From ‘Incident on 57th Street’

    Cheers

  17. Charlie Wells says:

    @ Rick. It’s a true one alright. Super nice guy. I regularly perform Racing in the street in my acoustic set. It works really well with a stripped back arrangement of Mandolin & guitar. For me that song is not about the car. The car is a metaphor for having something purposeful in your life. Something you built and own that no one can ever take away from you, but inevitably life and responsibility catches up with you and crashes the party, but you always have the memory of the doing. For me that doing is playing music, i often find myself saying to my girl when i’m going to play a gig or rehearse that “Ii’m going racing in the street” And often i get home late and she’s waiting up to make sure i made it home alright. She’s got some wrinkles from all the worry that comes from living through hard times in this promised land of America, but i wouldn’t leave her for all the gold in the counting house. Maybe it’s quiet and we make us some lovin and then get up and try to make things better for each other. Darkness on the edge of town is one of what i call my holy trinity of records. I first heard it in the late 70”s having broken it over my brothers head in a pissed rampage. Feeling bad about breaking his album i went to Brashes to replace it, played it and ended up going straight out to buy my own copy. Funny little Bruce anecdote. I believe you could honestly say we have and are living through depression 2.0 in America. The last years since the 08 bust have ruined so many families. I personally have two friends who killed themselves , one also killing his spouse, when faced with the loss of home and hope. I was out recently at a neighborhood bar and BS was stumping for Barry O and he whistled up “we take care of our own” and in near unison two people piped up and said. ” No we don’t” It made me sad because i know Bruce is a true believer in the American dream and i know it really does hurt him in his gut to see so many people struggling. In a Beiber/Kardashian world it’s comforting to know there’s a true believer out their swinging for the fences for all the shutdown strangers and hot rod Angels rumbling through this promised land. Peace and a quick carn the cats from SOCAL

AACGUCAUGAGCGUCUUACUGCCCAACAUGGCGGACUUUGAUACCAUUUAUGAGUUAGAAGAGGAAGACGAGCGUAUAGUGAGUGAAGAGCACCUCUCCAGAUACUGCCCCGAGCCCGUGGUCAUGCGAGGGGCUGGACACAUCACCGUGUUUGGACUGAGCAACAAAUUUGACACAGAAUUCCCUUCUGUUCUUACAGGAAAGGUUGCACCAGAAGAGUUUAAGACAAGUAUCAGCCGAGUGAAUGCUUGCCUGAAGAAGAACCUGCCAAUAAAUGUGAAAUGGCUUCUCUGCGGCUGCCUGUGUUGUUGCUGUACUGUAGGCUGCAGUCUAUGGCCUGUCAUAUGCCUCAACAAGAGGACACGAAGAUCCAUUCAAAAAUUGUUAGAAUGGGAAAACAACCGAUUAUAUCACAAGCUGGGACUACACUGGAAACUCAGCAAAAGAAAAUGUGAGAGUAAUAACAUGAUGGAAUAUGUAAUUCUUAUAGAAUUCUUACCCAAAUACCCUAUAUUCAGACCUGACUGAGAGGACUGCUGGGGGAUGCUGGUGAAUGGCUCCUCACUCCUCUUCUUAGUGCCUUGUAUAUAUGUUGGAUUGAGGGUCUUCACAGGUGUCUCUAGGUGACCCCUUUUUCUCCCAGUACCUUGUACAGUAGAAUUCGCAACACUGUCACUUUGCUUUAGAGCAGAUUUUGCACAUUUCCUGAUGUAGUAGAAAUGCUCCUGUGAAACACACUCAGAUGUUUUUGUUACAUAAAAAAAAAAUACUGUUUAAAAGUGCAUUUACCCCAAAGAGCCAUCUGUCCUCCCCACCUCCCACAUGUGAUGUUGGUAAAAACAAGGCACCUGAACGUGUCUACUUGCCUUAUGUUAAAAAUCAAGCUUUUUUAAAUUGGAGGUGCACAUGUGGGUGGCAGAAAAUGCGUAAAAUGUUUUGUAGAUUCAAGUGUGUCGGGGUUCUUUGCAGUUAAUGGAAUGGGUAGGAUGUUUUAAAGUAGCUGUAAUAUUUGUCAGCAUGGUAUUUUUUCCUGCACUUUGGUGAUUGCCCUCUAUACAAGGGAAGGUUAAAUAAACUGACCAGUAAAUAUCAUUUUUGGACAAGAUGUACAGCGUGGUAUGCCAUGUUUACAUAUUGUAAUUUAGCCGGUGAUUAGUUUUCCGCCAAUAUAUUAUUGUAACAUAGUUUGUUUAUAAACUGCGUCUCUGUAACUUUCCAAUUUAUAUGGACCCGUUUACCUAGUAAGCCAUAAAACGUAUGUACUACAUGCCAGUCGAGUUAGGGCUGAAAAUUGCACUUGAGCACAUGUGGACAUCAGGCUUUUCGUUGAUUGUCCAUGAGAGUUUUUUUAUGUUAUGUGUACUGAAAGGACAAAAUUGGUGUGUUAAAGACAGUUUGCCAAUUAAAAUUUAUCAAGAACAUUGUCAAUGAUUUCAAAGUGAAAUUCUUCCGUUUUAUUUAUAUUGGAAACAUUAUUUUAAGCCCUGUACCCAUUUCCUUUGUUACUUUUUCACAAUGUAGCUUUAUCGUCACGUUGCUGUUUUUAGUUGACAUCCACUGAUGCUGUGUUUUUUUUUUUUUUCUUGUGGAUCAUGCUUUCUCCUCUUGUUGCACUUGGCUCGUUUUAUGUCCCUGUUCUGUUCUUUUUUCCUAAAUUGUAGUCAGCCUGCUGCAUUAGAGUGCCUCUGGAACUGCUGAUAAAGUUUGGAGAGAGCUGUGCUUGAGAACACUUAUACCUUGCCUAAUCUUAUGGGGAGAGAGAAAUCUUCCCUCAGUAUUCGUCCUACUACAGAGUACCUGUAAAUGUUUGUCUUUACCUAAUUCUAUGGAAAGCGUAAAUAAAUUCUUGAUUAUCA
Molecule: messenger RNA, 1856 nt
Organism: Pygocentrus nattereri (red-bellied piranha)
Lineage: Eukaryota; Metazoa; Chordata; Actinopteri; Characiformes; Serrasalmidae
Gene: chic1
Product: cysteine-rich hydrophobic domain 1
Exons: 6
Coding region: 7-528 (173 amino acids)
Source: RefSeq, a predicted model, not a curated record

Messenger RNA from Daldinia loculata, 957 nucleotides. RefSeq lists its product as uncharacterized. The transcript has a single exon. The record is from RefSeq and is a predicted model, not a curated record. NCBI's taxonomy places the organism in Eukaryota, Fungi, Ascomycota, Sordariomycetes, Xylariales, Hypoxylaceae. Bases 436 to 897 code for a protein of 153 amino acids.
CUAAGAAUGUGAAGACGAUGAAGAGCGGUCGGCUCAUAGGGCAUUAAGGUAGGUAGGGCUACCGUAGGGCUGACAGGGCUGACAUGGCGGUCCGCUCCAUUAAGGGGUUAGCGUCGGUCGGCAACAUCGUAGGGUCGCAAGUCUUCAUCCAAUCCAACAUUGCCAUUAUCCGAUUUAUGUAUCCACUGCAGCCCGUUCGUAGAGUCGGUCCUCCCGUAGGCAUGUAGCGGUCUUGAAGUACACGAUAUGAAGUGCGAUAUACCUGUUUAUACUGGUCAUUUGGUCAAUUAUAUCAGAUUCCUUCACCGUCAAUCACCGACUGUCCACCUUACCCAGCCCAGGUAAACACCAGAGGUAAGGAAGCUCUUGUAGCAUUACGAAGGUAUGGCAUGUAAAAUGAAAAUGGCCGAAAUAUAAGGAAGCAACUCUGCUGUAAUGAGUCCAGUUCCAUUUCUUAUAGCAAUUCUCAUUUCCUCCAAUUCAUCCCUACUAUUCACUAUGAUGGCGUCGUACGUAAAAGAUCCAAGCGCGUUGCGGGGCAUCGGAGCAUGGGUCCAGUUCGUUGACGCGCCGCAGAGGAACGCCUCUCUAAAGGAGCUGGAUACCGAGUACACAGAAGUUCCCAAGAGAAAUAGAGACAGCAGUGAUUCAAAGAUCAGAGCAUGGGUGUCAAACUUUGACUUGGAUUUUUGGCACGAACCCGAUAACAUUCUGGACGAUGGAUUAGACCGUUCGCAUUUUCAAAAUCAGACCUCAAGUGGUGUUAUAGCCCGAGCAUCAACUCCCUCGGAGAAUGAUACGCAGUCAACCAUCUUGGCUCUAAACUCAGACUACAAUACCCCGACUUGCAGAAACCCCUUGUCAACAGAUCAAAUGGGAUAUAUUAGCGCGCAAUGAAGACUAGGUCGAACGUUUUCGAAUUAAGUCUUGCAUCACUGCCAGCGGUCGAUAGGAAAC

18. haiku bob says:

    Similar to Litza, the opening lines to Nebraska sets a perfect mood for the rest of the album.

    I saw her standin’ on her front lawn just twirlin’ her baton
    Me and her went for a ride sir and ten innocent people died

    HB.

  19. Matty Q says:

    I was at Hanging Rock with Ricky, not too close though as, bless him, he does like to shout out the lyrics without ever going near the actual tune. Near the best concert I’ve seen too (just pipped by Springsteen ’85) and without doubt the greatest live performer today.

    “Bobby said he’d pull out Bobby stayed in
    Janey had a baby it wasn’t any sin”
    Spare Parts

    “I get up in the evening, and I ain’t got nothing to say
    I come home in the morning, I go to bed feeling the same way ”
    Dancing in the Dark

    “I had skin like leather and the diamond-hard look of a cobra
    I was born blue and weathered but I burst just like a supernova”
    Hard to be a Saint in the City

  20. Good luck tonight Mr.Kane. I have Springsteen: London Calling on, Hawks-Cats in a prelim tonight, two beers at the pub for lunch – charged? I could crash through a f*cking brick wall at the moment.